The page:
“Resilience” can be used to oppress

Like most concepts, “resilience” can be used to oppress. I’ve heard messages that shift the burden of ending systemic injustice onto marginalized people, such as If you were more resilient, then racism wouldn’t really bother you. People wielding these types of messages have corrupted a powerful tool. One that educators, in particular, are in need of. 

When this occurs, it can be tempting to abandon terms and concepts. But doing so wouldn’t solve the problem, because the problem isn’t the word. Not this word. Not “resilience.”

The problem is that we don’t want to deal with deep pain and suffering, or with historical and contemporary injustice and trauma.

The problem is our inability to listen to each other.

The problem is the desire for a quick fix.

The problem is toxic positivity.

The problem is the speed and pace at which we live.

The problem is our compulsion to distract ourselves from pain.

The problem is our inherent desire for social connection and our struggles to create nourishing connections.

The problem is consumerism and capitalism and an economic reality that is increasingly exceptionally difficult for the majority of people.

The problem is climate change and the existential fear that so many of us, especially young people, live with.

The problem is that we don’t know how to respond to our own anger and fear or other people’s anger and fear.

The problem is how we use words. 

The problem is not the word “resilience”. 

So what if, like me, you want to keep using the word “resilience?” Do these four things:

  • When you use “resilience,” define it. I say, “Resilience is our ability to emerge from a difficult experience stronger than we were before – having learned something about ourselves, having strengthened connections with others, having more resources to respond to the inevitable challenges of life. Resilience is our ability to thrive and not just survive. Resilience is cultivated through things we do and things we think. We are all resilient, and we can become more resilient.” 
  • Don’t avoid the hard stuff. Make space for the pain and suffering. Ask about it. Honor the pain and suffering.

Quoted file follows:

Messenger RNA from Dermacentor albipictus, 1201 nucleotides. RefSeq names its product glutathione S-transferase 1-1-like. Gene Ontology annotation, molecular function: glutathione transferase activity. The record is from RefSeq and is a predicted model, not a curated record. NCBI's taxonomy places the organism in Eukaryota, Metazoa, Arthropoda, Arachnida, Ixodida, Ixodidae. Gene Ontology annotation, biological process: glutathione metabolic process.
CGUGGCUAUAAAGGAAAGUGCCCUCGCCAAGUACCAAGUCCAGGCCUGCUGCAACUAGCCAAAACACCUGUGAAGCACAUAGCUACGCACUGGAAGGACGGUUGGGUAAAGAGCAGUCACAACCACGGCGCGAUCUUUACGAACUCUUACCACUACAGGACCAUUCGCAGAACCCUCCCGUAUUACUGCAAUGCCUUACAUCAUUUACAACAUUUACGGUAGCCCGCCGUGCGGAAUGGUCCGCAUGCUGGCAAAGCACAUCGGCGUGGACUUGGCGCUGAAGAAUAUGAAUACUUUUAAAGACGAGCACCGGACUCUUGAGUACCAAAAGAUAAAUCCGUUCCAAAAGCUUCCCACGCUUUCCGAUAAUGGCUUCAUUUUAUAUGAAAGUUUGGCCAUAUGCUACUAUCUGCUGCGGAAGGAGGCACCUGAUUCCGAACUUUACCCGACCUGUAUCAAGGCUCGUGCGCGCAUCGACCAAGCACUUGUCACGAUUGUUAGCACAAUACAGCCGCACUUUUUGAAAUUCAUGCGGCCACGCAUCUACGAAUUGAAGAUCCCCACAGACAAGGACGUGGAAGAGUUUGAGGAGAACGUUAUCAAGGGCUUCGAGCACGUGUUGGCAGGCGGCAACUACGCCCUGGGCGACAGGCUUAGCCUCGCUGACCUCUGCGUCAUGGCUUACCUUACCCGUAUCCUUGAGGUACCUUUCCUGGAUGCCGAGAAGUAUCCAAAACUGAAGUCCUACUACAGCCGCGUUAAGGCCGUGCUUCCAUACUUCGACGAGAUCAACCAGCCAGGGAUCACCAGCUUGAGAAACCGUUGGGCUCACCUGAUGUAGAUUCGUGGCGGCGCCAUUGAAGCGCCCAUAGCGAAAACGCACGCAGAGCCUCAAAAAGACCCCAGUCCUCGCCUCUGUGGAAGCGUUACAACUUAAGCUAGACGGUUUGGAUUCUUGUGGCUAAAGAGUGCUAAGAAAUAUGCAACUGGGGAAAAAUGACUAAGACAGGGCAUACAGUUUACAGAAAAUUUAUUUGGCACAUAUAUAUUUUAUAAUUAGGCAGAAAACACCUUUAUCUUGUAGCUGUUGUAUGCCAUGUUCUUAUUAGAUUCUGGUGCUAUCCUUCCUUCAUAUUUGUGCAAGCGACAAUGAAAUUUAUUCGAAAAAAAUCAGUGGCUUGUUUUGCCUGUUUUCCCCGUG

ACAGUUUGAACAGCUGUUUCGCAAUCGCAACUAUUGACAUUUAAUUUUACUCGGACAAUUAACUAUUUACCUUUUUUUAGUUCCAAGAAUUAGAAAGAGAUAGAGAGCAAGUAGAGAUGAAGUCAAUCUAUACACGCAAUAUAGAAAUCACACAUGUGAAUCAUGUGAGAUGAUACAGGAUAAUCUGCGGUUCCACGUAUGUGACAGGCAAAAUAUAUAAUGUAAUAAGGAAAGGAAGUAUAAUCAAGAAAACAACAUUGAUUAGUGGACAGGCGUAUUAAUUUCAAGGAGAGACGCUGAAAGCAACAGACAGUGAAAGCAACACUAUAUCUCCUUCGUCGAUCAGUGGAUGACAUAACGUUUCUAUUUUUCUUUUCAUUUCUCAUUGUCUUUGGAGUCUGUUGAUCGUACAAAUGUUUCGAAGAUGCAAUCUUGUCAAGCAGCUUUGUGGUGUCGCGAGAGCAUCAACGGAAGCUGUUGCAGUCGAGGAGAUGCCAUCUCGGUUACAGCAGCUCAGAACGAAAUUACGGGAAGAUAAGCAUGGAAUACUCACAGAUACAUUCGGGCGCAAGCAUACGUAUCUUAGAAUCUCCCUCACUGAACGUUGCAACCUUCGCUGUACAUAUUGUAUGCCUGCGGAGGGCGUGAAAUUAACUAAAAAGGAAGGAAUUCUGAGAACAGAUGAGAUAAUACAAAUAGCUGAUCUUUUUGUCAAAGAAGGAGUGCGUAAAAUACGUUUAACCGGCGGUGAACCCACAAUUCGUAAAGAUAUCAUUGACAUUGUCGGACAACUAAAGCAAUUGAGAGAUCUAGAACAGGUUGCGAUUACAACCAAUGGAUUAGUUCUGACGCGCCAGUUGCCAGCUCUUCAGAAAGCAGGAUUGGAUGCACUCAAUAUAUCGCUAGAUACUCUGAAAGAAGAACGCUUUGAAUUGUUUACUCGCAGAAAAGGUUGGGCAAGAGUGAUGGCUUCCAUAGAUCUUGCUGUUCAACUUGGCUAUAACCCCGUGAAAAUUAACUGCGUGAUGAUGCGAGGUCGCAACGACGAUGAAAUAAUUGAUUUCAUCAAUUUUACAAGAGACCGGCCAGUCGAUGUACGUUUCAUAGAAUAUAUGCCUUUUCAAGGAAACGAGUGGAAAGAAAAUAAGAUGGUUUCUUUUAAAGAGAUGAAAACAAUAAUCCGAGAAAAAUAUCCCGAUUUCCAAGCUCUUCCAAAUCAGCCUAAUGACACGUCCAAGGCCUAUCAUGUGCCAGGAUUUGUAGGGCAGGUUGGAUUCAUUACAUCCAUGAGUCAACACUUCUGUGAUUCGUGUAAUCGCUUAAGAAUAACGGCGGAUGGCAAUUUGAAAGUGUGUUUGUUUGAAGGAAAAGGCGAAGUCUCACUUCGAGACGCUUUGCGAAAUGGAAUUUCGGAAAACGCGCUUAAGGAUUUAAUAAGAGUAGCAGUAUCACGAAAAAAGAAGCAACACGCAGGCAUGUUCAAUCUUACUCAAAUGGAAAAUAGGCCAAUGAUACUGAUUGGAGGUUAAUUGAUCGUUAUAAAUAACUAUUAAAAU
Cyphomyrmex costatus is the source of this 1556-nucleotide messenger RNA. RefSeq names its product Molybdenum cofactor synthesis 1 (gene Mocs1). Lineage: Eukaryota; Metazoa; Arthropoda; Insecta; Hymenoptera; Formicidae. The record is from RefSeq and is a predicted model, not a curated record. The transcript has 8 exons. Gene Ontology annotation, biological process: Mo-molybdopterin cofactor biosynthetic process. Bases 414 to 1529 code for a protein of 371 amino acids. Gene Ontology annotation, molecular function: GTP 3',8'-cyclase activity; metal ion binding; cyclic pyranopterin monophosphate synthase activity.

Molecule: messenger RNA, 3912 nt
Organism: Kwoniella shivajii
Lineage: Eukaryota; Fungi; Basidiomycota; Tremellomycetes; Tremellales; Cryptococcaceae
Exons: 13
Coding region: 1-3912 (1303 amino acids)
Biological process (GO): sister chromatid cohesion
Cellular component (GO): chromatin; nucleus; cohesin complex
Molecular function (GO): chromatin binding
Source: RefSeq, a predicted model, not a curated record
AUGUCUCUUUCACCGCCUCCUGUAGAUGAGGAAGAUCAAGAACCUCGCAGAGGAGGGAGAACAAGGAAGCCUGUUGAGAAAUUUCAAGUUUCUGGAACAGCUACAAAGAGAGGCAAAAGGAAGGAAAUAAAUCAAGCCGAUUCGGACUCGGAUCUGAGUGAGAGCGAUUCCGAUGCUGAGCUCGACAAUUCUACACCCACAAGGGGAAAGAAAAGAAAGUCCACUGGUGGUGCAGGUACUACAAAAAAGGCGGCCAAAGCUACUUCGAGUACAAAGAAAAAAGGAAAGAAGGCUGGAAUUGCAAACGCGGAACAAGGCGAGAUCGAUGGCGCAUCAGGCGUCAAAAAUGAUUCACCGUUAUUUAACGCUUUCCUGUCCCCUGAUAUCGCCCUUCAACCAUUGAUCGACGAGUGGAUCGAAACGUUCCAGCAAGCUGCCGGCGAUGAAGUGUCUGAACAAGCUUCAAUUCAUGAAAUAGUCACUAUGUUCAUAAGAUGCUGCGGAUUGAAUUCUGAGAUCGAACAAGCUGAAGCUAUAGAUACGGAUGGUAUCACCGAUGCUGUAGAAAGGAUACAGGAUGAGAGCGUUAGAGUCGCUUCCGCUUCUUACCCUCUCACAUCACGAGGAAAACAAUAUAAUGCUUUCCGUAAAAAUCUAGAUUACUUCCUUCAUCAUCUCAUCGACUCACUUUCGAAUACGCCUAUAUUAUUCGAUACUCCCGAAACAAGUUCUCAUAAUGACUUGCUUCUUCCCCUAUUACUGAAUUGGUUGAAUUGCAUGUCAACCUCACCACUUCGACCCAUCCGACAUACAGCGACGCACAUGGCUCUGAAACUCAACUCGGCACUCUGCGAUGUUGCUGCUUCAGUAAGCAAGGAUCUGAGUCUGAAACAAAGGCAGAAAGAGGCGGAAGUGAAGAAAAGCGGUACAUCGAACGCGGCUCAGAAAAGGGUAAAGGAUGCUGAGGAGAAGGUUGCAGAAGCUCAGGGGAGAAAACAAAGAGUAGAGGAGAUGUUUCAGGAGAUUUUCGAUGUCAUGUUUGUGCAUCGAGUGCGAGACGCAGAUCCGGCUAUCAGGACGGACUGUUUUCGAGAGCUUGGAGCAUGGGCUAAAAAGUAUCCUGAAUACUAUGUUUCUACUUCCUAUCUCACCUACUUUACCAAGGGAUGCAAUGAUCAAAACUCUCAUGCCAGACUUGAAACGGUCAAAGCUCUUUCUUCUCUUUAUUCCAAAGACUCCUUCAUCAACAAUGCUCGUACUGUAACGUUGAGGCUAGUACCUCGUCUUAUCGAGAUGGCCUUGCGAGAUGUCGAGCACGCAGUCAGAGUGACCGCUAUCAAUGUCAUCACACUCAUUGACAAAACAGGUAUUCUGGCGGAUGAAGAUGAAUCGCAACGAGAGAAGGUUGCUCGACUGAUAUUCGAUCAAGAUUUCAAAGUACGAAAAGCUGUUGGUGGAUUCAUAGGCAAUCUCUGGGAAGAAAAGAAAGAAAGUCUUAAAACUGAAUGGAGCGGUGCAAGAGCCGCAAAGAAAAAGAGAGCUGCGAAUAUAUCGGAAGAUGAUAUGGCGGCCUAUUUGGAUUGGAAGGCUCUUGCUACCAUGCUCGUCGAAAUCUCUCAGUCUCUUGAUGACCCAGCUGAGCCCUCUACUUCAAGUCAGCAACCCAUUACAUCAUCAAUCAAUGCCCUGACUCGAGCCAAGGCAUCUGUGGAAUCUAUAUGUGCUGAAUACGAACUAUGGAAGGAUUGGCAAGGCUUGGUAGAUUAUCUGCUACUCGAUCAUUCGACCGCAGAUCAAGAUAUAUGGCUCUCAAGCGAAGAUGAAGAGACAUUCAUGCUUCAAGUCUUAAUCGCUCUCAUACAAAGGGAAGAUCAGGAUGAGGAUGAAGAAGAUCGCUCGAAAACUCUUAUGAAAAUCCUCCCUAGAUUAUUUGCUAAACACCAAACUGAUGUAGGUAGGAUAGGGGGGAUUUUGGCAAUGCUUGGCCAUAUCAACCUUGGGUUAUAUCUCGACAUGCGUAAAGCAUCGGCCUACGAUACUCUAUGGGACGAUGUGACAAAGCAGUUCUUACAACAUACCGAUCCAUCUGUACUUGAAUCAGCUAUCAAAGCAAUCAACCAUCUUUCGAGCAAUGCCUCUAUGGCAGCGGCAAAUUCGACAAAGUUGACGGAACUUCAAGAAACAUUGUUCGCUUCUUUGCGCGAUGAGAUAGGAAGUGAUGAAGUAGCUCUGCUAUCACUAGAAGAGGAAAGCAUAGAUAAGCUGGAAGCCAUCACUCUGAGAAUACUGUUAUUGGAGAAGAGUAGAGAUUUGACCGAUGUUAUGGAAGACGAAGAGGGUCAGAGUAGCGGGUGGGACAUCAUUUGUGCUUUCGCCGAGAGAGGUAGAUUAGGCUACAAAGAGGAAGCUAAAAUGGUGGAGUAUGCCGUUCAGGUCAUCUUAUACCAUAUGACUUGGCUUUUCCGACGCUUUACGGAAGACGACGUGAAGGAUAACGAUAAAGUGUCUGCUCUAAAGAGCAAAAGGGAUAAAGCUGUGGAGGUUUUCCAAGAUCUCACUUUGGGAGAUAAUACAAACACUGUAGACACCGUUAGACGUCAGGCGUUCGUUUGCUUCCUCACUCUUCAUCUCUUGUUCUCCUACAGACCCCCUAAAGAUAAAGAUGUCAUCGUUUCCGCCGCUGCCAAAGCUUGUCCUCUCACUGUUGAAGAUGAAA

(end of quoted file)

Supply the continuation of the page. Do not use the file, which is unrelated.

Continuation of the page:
• Acknowledge collective pain and suffering. We are experiencing numerous social and global crises; entire communities are suffering. We need to be thinking about, talking about, and building communal resilience. Resilience can be built by individuals, but the problems are systemic and affect millions of people. 
  • Advocate for social, political, and economic change. In my book, Onward, I write about the three conversations we must have when we talk about resilience. These are 1) Individual resilience, 2) Organizational conditions, and 3) Systemic conditions. I write, “We must address the macro, political, and economic context of our education system. Teachers must be paid more, and they must be treated as people who can think and who can learn….We must address the racism, classism, and sexism that exists in our institutions, including in our schools. We’ll need to talk about testing and publishing scores and performance pay. Until we dig down into the structural and system roots of the dysfunctions in our education system, we’ll still see high levels of teacher turnover…we’ll need to talk about capitalism and the legacy of colonialism and property taxes and who votes and for whom we vote. We’ll need to talk about patriarchy and the dehumanization of some groups of people. We must have these conversations, however; our resilience and well-being are connected to them.” (p.6)

I’ve been talking about educator resilience for over a decade, and I’ve never disconnected individual social-emotional needs from our socio-political context. Doing so would personalize pain and suffering in a way that would lead the word “resilience” to be corrupted.